10. Matthew Reynolds
    Posted July 15, 2008 at 9:41 pm | Permalink

    Real terms public expenditure growth should be halved to 1% p/a for as long as it takes to wipe out the PSBR . Jobseekers Allowance & Incapacity Benefit need replacing by one single payment designed to slash economic inactivity – this would offset any addition to the dole queues caused by clearing out some of the £100 billion p/a QUANGO’s . Plus smaller government would as the Irish experience proved lead to an economic rebound .

    Longer term raising the basic personal allowance to £14,000 p/a so that means tested welfare created dependency can be ended by abandoning the insane system of taking money off of the poor via tax and then handing it back in complex handouts is the right goal . You could slash poverty rates & the number of penpushers needed to manage such a complex scheme that causes vast amounts of hardship & distress and has high admin overheads and a low level of success . When a person on a low or modest income earns more we should reward their success with a bigger personal allowance – not clawing the cash back via poverty creating credits .

    Do the over-paid Guardian readers running the BBC really care about the poor or do they just regard them as fodder to bribe with welfare dependency so that they vote Labour ?

    Selling off the BBC to fund a once off tax refund to give our faltering economy a boost sounds more sensible than a Poll Tax to finance an out of date white elephant of dubious value in the modern world . I mainly watch Sky or DVD – why should I or anyother such person fund liberal left propaganda when we prudently decide to give such rubbish the elbow ? All basic rate payers could get £240 p/a as selling off the BBC would raise about enough to fund a rebate worth twice the Brown-Darling Bribe .

    In the longer term we need the top rate of tax to fall by 25% from 40p to 30p and a top rate threshold of about £60,000 p/a (linked to earnings or prices whichever is greater ) just to encourage enterprise at a time of cut throat global tax competition when jobs & business flee Labour’s anti- enterprise regime and our long term prospects suffer . The basic personal allowance should be £14,000 p/a for all taxpayers ( linked to prices or earnings whichever rises by more ) . A short term stimulus and longer term plans to reduce the size of the state and bring down income taxes would prove that the Tories are a modern Party capable of learning from abroad about how to improve the UK’s economic prospects by applying timeless Conservative principles to a modern age .

    The Bush tax refunds have worked in the US and smaller government and lower taxes have worked a treat in Eastern Europe . If coupled with a 14p a litre fuel duty cut paid for from the extra tax revenue from the North Sea Oil taxes caused by higher prices family budgets would be less strained . Would Panorama like to investigate that ?

  11. William B.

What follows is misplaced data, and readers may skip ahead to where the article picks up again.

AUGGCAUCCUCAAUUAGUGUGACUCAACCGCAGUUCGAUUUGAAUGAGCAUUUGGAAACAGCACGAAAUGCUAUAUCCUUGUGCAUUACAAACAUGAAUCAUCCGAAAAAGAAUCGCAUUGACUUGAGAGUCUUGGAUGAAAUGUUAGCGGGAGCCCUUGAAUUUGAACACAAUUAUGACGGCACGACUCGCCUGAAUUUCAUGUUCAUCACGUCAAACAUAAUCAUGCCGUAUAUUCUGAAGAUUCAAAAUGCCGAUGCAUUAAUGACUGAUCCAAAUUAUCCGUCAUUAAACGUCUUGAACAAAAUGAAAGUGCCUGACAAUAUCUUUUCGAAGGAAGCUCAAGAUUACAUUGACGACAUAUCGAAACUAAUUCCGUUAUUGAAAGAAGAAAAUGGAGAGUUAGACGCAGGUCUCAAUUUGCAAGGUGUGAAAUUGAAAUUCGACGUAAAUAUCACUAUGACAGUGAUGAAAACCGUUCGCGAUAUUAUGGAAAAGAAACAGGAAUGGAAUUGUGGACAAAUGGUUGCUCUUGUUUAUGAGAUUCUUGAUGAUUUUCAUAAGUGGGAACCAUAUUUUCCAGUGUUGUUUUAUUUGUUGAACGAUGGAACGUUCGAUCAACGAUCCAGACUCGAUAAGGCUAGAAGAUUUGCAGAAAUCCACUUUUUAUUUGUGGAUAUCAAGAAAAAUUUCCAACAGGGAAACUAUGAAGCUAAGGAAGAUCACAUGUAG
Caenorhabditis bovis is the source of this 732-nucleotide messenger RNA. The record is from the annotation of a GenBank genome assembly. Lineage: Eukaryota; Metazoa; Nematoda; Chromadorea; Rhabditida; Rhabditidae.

Posted July 16, 2008 at 3:20 am | Permalink

    There we have it, Mr Redwood, I said we would agree again today.

    Mr Brown and Mr Darling can say they will cut public spending in real terms until they are blue in the face, but there are two major hurdles for them.

    First, it goes against the ingrained belief in the benefit of big government which is the very basis of their politics.

    Secondly, the union leaders will not allow it. After many years in the relative wilderness there is at last an opportunity for a new generation of union barons to emerge with real power. The Labour Party needs their money and there is still no such thing as a free lunch.

    As Mr Craig has commented above, and you have said yourself, a freeze on non-essential public sector recruitment is a simple course which would be a start, but how would it work in practice if Mr Brown tried to do it? How long would it be before the unions object to their members being required to transfer jobs to fill vacancies? How long then before Mr Brown
    has to agree to new recruitment to keep his party from bankruptcy?

    Better that they do not try because then an incoming replacement government would have a freer hand.

  12. Stewart Knight
    Posted July 16, 2008 at 10:16 am | Permalink

    Let Brown make his dodgy deals with the unions, in fact, the more the merrier; it gives Cameron loads of ammunition to curb the unions as they wield power and also to curb their financial support of Labour too…all wholly justified to a willing and listening public.

    Today's strikes is the start of the unions flexing their new found power and influence, and long may it last, well…until 2010 anyway. Lots of strikes in the lead up to the next election damages Labour as much as the unions.

  • About John Redwood


    John Redwood won a free place at Kent College, Canterbury, and graduated from Magdalen College Oxford. He is a Distinguished fellow of All Souls, Oxford. A businessman by background, he has set up an investment management business, was both executive and non executive chairman of a quoted industrial PLC, and chaired a manufacturing company with factories in Birmingham, Chicago, India and China. He is the MP for Wokingham, first elected in 1987.